Doctoral candidate Emily Lawrence will present their research at the 2018 Popular Culture Association National Conference, which will be held March 28-31 in Indianapolis. Lawrence will give the talk, "Promoting Romance Reading and Improving Taste," during the Libraries, Archives & Museum area's "Embracing Scorned Literature" session.
According to Lawrence, objections to taste elevation are woven throughout the practical literature of contemporary Readers' Advisory (RA), the core library service dedicated to helping library patrons select leisure reading materials. Their talk will examine taste elevation and the romance genre.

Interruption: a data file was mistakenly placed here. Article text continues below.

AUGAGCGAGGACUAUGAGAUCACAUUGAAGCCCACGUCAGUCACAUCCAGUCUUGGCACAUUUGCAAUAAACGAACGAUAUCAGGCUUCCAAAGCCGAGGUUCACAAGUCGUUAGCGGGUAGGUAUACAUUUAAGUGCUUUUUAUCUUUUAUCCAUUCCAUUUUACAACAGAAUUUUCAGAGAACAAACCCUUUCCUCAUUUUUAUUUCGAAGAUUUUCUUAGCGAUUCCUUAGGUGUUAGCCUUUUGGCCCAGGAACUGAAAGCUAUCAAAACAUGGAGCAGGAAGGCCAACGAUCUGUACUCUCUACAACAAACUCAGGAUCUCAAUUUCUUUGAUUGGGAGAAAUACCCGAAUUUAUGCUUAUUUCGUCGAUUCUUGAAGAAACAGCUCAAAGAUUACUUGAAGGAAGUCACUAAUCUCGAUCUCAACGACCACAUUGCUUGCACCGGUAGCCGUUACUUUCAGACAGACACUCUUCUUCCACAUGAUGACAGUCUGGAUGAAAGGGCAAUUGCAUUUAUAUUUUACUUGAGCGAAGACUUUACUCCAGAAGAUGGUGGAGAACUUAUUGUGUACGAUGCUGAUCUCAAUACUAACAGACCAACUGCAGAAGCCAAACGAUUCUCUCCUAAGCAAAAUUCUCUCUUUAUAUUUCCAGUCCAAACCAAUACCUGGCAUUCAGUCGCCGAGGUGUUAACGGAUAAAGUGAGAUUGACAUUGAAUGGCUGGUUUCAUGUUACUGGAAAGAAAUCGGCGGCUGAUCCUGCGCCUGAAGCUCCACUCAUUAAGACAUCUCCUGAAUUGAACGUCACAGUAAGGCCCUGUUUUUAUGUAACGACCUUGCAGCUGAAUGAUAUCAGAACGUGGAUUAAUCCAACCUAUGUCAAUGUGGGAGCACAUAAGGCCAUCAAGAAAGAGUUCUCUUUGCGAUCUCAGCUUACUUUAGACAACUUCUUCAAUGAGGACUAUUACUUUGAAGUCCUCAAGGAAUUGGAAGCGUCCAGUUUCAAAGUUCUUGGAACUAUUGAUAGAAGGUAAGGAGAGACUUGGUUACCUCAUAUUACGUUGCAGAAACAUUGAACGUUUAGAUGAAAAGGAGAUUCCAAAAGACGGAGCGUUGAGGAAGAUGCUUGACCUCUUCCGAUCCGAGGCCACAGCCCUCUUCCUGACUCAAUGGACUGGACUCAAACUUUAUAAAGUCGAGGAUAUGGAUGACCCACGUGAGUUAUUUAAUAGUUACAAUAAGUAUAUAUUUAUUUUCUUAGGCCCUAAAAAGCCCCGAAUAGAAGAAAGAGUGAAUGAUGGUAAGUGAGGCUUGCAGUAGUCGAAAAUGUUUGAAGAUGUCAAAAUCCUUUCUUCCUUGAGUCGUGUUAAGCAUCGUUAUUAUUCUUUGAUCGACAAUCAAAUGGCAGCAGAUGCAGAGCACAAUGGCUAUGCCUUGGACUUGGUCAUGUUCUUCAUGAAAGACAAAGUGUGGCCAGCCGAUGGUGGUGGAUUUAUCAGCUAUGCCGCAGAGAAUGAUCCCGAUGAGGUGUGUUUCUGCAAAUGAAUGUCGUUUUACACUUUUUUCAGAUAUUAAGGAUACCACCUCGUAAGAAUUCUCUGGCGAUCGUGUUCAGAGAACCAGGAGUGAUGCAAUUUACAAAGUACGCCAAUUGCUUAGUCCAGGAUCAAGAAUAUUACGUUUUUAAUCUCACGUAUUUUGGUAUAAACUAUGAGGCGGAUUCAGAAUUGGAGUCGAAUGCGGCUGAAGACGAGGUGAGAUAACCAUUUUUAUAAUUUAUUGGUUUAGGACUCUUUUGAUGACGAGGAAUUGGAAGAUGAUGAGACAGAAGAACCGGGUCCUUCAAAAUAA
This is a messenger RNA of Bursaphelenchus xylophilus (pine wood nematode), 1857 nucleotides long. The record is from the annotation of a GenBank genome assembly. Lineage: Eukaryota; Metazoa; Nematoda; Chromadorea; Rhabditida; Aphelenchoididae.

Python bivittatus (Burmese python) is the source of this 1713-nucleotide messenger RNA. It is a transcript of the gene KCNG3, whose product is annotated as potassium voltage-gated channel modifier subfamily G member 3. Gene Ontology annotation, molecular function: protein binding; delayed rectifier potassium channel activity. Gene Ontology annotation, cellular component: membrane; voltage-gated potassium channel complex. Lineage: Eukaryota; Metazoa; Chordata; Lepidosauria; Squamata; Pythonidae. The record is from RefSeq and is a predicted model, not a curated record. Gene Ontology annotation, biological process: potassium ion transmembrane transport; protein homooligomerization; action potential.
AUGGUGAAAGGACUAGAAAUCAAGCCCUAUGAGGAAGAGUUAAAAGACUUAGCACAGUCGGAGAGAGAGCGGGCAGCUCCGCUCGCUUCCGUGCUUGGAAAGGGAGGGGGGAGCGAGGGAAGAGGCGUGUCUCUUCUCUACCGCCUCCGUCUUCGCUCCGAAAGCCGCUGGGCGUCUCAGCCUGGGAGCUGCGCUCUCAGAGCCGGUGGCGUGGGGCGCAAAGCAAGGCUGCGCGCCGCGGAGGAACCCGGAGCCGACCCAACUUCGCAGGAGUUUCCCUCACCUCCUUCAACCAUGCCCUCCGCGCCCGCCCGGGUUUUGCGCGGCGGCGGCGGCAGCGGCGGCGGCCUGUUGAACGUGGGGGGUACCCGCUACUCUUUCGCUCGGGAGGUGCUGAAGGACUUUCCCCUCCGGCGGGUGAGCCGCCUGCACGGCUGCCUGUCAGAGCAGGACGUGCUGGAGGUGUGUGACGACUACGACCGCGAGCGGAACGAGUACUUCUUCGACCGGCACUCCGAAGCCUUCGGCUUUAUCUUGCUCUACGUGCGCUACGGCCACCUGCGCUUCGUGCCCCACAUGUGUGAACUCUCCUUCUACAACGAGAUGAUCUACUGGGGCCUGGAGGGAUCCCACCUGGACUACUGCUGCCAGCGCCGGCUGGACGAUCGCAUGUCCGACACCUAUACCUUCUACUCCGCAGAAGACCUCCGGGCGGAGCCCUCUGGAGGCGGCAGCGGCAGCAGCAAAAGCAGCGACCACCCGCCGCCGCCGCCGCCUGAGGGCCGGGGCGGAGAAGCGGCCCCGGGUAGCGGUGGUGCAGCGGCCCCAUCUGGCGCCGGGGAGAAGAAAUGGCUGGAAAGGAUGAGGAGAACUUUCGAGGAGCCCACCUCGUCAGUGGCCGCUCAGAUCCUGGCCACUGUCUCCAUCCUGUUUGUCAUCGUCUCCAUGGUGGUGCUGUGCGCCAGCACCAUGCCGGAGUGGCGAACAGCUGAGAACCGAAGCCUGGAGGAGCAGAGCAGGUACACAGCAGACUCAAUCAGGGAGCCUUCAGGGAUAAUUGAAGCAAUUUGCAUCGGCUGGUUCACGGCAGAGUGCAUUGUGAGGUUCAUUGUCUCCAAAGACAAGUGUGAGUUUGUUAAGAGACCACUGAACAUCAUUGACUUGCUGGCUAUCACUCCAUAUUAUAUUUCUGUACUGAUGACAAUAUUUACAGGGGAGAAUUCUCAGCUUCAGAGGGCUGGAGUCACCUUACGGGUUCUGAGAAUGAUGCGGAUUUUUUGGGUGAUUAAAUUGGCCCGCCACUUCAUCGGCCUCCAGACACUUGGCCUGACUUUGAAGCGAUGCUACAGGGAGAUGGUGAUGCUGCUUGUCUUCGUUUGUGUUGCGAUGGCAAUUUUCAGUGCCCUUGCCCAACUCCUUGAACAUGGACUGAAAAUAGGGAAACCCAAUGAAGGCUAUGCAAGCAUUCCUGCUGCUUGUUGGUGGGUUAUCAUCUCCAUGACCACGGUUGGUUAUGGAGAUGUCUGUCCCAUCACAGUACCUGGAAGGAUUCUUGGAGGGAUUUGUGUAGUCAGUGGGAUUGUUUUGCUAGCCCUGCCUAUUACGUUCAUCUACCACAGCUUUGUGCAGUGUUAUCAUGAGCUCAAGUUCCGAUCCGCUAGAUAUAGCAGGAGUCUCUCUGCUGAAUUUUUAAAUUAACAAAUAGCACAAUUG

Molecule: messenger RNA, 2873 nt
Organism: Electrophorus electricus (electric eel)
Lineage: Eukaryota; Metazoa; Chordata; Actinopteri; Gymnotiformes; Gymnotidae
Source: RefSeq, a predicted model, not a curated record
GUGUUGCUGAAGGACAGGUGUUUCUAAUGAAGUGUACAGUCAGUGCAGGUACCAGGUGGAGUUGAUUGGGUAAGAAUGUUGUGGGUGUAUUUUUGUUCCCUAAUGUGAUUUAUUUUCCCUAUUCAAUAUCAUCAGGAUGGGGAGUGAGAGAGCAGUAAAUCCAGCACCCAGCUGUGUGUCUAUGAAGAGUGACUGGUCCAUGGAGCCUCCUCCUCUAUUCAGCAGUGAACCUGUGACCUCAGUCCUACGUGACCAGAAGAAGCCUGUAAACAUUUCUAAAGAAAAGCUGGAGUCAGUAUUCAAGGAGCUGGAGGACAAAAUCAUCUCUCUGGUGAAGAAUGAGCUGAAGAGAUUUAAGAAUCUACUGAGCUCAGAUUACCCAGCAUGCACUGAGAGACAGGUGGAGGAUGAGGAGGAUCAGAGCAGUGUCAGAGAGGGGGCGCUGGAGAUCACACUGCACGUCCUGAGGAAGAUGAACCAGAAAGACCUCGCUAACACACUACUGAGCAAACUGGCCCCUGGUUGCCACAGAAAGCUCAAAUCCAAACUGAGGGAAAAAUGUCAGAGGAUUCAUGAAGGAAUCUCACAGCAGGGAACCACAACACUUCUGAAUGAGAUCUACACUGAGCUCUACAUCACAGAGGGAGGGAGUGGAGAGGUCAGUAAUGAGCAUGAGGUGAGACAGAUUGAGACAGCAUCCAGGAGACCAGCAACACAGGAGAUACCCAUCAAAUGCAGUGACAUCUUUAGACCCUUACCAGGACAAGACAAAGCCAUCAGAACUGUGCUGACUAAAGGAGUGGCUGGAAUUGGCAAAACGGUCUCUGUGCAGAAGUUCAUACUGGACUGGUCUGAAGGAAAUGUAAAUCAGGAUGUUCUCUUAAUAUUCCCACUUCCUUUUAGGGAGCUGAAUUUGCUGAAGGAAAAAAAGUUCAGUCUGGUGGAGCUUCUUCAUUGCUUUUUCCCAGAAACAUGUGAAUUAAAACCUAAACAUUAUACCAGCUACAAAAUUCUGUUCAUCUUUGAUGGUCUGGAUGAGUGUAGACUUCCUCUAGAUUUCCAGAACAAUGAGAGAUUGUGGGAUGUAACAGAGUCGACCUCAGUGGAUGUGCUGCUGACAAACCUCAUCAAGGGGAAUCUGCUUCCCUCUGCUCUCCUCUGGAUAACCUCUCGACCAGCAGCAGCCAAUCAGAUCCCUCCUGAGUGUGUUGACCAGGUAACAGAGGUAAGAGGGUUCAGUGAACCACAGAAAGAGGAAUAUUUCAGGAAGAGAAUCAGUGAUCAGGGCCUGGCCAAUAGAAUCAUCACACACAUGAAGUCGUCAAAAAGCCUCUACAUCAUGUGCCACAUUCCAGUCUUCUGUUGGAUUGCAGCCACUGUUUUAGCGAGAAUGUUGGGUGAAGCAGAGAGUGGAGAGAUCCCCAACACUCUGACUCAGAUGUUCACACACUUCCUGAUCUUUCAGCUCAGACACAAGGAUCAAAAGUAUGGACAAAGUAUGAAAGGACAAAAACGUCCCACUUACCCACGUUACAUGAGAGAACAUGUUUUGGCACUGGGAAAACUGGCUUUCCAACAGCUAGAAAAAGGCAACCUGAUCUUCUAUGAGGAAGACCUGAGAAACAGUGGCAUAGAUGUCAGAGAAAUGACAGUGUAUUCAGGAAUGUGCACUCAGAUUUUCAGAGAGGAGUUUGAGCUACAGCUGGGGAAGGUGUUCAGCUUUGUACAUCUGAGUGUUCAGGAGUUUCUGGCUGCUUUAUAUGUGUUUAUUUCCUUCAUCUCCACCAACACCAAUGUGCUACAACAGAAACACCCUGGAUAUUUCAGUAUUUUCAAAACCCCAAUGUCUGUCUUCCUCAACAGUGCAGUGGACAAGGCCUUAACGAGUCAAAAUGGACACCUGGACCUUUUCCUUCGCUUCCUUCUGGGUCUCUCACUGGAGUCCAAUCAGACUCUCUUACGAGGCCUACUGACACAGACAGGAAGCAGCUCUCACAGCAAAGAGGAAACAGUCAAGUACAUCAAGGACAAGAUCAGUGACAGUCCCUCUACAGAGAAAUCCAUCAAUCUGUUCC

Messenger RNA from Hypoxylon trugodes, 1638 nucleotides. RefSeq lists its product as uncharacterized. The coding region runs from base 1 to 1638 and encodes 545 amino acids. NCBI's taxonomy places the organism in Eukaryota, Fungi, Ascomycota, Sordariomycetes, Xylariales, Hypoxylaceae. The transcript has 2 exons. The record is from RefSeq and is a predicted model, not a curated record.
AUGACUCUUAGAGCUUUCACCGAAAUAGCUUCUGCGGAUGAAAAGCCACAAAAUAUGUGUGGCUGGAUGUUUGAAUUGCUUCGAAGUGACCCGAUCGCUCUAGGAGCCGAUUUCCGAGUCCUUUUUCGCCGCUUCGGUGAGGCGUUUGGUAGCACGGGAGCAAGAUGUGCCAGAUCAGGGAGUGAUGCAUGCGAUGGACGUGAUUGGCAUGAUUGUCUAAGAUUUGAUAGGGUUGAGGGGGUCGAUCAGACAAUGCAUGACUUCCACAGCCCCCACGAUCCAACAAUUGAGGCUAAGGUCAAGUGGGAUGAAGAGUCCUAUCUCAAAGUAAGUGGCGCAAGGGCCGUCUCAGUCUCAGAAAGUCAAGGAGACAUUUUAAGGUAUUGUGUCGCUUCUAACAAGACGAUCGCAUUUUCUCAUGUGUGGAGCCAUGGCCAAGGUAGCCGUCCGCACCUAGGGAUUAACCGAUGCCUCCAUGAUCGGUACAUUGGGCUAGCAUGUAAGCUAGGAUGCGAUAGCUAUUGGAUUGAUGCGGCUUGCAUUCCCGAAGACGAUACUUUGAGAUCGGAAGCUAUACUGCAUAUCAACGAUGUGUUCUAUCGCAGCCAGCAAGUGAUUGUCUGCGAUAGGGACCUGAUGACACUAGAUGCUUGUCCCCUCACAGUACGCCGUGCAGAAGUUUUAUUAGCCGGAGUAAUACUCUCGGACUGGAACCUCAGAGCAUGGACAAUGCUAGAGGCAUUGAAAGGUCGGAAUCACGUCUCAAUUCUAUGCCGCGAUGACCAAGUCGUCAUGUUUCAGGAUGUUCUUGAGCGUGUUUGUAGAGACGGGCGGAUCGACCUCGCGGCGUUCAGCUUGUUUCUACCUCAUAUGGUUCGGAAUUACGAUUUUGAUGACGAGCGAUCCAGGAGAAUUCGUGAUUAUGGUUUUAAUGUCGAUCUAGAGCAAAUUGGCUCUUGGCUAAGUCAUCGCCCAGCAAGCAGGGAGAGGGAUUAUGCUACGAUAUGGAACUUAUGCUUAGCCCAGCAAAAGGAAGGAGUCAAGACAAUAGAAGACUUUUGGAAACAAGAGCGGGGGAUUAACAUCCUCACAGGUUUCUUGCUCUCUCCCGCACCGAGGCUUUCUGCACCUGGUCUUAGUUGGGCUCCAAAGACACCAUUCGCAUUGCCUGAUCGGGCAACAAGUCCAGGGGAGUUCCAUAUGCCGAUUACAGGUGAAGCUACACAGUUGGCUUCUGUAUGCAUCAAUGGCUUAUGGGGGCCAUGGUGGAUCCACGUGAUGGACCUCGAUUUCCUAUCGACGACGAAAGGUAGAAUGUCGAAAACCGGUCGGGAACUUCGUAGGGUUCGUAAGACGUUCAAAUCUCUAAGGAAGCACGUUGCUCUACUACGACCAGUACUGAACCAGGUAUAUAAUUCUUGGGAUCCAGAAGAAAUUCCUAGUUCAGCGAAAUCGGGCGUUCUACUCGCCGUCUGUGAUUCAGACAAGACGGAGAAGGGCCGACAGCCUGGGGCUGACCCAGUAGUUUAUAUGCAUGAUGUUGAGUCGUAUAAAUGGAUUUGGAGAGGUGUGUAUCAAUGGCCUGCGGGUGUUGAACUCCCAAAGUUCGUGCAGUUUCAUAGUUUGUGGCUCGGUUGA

"Do recent efforts to get library patrons reading popular romance constitute an instance of taste elevation? An affirmative answer may at first seem counterintuitive, since the romance genre is both profoundly popular and consistently denigrated," said Lawrence.
"Drawing on Hume's account of the ideal critic, I argue that good taste encompasses not merely improvements to what some reader prefers, but to the virtues of discernment that reader evinces. Efforts to persuade readers to try romance are (at least in some instances) geared towards instilling such virtues."
Lawrence received a BA in comparative literature from the University of Michigan, Ann Arbor, and an MLS from the University of Maryland, College Park. Prior to beginning the doctoral program at Illinois, Lawrence worked in reference and web services at the National Library of Medicine. Their primary research interests include political philosophy in LIS, readers and reading, and aesthetics (especially taste and recommendation). The title of their dissertation is "Reading for Democratic Citizenship: A New Model for Readers' Advisory."